Liquidators have been called in to wind up another prominent Australian crypto trading platform, with furious customers reportedly down thousands of dollars after being unable to access their accounts.
Melbourne-based myCryptoWallet – which once boasted it had 20,000 customers – called in administrators on Friday to close the book on a troubled existence that featured tech setbacks and a period of inactivity following a dispute with major bank NAB.
ASIC documents show myCryptoWallet and its 28-year-old founder Jaryd Koenigsmann appointed Brisbane liquidators SV Partners to wind the company up on Friday, making it the second crypto company in two months to fail.
Camera IconFounder Jaryd Koenigsmann appointed Brisbane liquidators SV Partners to wind myCryptoWallet up on Friday. Rob Leeson Credit: News Corp Australia
Another Melbourne company, Blockchain Global, collapsed in October owing investors a reported $21m.
The Australian reported on Tuesday that irate myCryptoWallet customers were unable to access their funds, with some taking to social media platforms claiming a $40,000 loss.
MyCryptoWallet was launched in late 2017 as a platform that let users buy, sell and trade assets such as bitcoin, ethereum and ripple.
It once said it had 20,000 customers, but a series of issues after its launch left users frustrated.
NAB froze the company’s accounts in early 2019 following a dispute, although myCrypto “made absolutely no attempt to give us any reason or justification for why they have closed our business bank account’’.
Withdrawals from myCryptoWallet were also suspended for a period after troubles at its tech partners. Many users reported being unable to access their funds or trade crypto as the market boomed to record highs.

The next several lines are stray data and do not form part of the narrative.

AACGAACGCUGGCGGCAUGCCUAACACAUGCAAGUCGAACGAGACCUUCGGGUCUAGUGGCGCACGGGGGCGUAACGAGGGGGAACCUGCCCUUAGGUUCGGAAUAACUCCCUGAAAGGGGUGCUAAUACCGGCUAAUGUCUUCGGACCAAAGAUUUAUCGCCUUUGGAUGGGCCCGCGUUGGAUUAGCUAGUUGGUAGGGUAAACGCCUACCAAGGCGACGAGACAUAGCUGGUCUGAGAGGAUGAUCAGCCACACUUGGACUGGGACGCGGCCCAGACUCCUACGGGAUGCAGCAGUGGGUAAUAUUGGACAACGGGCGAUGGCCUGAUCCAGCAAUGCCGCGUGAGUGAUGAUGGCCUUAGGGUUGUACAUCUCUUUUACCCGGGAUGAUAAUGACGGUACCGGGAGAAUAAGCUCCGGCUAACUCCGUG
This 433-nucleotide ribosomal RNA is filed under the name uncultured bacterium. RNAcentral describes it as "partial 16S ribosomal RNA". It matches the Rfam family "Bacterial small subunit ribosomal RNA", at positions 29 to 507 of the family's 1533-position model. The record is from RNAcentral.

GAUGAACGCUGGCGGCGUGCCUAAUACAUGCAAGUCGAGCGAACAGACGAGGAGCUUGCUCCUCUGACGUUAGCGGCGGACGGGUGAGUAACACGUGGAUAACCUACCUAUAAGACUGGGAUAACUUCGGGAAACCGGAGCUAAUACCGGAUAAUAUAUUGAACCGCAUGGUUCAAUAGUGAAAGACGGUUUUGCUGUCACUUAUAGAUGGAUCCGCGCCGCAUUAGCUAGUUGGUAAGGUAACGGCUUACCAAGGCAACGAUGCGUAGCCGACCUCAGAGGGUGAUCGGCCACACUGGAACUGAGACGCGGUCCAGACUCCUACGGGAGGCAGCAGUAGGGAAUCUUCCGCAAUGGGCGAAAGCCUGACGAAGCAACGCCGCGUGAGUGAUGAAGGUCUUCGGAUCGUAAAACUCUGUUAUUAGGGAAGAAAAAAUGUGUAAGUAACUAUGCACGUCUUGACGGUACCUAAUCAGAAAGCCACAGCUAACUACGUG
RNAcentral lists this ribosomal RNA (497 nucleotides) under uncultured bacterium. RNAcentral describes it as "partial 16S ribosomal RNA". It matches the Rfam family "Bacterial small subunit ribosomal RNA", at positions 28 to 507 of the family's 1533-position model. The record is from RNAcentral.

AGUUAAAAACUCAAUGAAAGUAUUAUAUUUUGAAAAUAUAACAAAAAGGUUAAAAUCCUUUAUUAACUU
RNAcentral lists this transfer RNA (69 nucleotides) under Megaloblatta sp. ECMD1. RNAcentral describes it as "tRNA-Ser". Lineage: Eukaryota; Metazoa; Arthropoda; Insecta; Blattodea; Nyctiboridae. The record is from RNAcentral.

Incidentally, the collapse of myCryptoWallet comes as bitcoin plunges from an all-time peak.
The world’s biggest cryptocurrency was worth $91,000 just a month ago but has since lost 30 per cent of its value amid fears over the emergence of the Omicron Covid-19 variant.
Bitcoin was trading at $69,000 on Tuesday morning.
A senate inquiry into the crypto sector in October recommended exchanges such as myCryptoWallet be regulated to provide assurance to investors.
The Reserve Bank of Australia also warned investors last month against piling into fad “meme coins”, saying there are “considerable risks” associated with cryptocurrencies.
Australian Securities and Investments Commission chairman Joe Longo said consumers were “on their own” because of limited regulatory protections.
The implications for consumers are potentially huge,” he said, the Sydney Morning Herald reported.
“It is almost an article of faith that no one should invest in something they don’t understand.
“Who among us can say they really understand crypto-assets and cryptocurrencies?” Mr Longo told the Financial Review’s super and wealth summit.
He said investors should view crypto with great caution, citing the maxim, “Don’t put all your eggs in one basket.”Internet Explorer Channel Network